Impact 2010 – Looking forward to the long weekend

Impact 2010

I’m looking forward to the upcoming  long weekend because Cheryl and I are heading down for this year’s Impact Bible Conference, hosted at Riverbend Bible Church in Hastings, New Zealand.

Last year I had the privilege of going with a large contingent from HBC (I blogged about it here), and this will be Cheryl’s first time there. I had a great time of spiritual nourishment and fellowship last year, so I’m picking that it will be a blast on all accounts and that we will be challenged from the Word and by each other. The keynote speakers look solid and I think it will be useful to once again  observe the music ministry, led by Warren Jardine, as I’m sure there will be things I can learn.

Interestingly, this year I’m aware of another bible conference that’s being hosted in Auckland around the same time. It’s set up as an alternative to the teaching at Impact  – so I guess some people will be attending that instead.

I’d like to try and keep everyone posted with updates while at Impact, as I know a number of people who would have liked to have gone but couldn’t this year for a variety of reasons. So I’ll do live updates via this blog and also on my Twitter account (using the hashtag #IMPACT2010).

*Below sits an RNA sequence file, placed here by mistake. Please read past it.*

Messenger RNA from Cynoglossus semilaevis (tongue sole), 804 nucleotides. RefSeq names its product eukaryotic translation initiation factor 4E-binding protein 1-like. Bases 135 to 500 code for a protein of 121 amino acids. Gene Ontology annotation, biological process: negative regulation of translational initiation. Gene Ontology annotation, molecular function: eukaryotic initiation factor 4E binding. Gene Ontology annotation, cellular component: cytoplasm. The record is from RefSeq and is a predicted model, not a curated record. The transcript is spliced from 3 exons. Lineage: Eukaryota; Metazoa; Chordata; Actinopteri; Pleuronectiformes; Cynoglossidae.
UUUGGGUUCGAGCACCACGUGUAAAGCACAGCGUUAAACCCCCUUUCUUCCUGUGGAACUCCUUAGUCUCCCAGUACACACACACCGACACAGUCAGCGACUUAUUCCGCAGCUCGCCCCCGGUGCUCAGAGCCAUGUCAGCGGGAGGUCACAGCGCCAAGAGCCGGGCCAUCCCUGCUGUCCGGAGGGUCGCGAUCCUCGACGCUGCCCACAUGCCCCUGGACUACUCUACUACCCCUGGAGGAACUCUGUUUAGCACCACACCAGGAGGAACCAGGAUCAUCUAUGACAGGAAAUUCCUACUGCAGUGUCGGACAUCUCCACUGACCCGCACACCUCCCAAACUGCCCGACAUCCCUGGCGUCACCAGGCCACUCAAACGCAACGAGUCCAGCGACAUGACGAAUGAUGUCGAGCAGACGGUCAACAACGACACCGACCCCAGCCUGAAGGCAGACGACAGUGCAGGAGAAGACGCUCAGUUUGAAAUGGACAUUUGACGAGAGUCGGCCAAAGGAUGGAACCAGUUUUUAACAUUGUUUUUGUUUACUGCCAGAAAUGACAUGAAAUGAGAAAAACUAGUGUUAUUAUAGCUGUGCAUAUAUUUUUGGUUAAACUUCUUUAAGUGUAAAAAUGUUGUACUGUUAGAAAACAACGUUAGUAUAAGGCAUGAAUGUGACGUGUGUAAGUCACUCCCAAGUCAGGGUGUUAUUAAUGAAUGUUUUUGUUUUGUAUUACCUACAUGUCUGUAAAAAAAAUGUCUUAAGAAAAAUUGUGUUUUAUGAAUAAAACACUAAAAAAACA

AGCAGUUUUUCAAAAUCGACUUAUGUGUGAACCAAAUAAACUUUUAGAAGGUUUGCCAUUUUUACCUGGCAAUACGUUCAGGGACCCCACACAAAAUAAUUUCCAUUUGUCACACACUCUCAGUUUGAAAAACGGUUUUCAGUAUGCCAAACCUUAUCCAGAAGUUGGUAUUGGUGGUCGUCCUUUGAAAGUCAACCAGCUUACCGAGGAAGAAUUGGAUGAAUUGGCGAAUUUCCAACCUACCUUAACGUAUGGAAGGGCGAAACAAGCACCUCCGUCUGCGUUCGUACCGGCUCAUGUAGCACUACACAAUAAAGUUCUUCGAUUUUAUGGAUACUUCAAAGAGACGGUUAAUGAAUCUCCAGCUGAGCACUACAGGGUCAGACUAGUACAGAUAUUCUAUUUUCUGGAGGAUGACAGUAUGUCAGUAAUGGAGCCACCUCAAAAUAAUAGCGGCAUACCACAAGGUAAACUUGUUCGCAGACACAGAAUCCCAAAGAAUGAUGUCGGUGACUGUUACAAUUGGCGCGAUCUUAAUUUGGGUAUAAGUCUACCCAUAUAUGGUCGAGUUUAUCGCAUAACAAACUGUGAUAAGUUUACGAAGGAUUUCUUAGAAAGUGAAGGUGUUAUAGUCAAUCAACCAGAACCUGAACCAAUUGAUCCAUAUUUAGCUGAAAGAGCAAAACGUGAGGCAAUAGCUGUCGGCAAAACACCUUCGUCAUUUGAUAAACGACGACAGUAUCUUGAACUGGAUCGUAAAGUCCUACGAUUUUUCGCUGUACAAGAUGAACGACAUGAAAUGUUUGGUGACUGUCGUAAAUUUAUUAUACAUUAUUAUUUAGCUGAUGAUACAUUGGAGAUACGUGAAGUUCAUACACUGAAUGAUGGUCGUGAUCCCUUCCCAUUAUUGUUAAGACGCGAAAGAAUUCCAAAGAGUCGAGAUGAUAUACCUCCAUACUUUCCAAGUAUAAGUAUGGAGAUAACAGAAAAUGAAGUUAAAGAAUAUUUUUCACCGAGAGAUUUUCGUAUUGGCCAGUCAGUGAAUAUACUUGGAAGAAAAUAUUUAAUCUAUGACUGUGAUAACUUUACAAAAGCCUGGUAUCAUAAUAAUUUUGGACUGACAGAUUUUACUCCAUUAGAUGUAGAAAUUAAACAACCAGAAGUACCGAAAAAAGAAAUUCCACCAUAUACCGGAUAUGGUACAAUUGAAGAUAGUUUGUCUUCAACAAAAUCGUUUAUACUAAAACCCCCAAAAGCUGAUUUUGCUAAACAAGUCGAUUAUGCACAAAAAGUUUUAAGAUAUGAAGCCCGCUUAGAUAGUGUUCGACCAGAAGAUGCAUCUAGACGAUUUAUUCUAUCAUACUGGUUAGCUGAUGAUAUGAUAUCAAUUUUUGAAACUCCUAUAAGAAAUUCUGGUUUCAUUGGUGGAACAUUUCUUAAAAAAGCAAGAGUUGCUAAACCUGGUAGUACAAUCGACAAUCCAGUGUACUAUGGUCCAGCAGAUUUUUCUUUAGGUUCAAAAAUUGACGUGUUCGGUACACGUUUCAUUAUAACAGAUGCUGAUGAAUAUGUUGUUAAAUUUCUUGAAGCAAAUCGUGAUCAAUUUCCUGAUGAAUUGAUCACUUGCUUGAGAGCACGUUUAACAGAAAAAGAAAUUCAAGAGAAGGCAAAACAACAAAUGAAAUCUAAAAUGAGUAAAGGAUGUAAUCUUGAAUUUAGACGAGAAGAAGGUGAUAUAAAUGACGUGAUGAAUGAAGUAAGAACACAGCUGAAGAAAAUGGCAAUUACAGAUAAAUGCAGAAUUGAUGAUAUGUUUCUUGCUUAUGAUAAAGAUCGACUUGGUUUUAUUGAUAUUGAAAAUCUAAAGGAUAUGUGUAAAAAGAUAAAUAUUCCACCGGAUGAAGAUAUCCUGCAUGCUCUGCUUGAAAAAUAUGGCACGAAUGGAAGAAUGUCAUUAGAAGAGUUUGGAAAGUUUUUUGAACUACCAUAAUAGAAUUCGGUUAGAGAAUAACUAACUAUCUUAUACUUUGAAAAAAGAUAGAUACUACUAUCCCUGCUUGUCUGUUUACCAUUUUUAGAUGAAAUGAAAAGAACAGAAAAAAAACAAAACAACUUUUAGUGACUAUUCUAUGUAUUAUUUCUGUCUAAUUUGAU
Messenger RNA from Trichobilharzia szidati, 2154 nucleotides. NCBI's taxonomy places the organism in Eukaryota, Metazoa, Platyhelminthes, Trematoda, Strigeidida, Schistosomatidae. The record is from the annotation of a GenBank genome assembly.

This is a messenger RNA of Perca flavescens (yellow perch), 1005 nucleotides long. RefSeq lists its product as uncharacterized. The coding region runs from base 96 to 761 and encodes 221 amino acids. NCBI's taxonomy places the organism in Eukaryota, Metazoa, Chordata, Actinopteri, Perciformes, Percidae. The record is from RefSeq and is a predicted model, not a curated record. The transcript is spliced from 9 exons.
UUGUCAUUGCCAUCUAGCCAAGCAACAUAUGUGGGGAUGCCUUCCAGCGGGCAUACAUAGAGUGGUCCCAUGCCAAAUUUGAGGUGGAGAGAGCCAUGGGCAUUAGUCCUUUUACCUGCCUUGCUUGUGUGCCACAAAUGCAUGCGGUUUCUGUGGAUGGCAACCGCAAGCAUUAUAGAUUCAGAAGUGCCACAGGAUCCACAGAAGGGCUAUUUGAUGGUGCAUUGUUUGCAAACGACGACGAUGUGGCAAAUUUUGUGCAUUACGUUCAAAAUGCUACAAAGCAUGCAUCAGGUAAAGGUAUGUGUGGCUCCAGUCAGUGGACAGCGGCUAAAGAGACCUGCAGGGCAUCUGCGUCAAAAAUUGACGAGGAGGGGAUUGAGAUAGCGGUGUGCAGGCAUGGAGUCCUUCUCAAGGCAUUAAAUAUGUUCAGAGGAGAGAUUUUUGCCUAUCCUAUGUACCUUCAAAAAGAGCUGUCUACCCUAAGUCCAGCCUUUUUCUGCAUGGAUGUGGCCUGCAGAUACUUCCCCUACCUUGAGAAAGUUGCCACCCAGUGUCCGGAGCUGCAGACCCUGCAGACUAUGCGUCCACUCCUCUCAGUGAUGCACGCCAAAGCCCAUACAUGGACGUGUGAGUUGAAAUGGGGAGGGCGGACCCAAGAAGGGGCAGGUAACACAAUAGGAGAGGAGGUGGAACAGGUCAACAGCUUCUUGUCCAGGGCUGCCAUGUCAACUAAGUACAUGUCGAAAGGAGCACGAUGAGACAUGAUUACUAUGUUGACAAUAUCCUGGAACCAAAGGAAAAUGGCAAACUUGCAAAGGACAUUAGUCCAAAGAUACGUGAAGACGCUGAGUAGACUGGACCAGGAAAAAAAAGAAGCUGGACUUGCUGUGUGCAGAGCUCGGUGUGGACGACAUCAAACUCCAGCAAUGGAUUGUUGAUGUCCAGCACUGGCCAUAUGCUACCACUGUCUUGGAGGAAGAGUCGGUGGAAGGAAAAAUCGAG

Looking forward to it!


Blog updates:
Twitter updates: (using the hashtag #IMPACT2010)
UPDATE: Download the messages from the conference here: Impact 2010 messages


Songs to suffer well

 cc:kevindooley on Flickr

Our home church has been going through a preaching series on suffering and the sovereignty of God. Before the series began, Pastor Peter and the rest of the worship leaders agreed that the congregational songs during this time needed to help the church to worship and praise God amidst trials and sufferings, in a practical and accessible way.

We’re thankful to a range of gifted songwriters and musicians over the ages who have crafted songs to help the gathered church suffer well. Here are a few we’ve used at HBC over the past few months:

All is Well (Robin Mark) – “He clothes us now then strips us, Yet with his Word equips us, whatever is His way all is well…” One of our worship leaders introduced this just yesterday, and the church picked it up straight away.

Blessed Be Your Name (Matt Redman) – A contemporary favourite. The bridge goes: “You give and take away | My heart will choose to say | Lord blessed be your name”.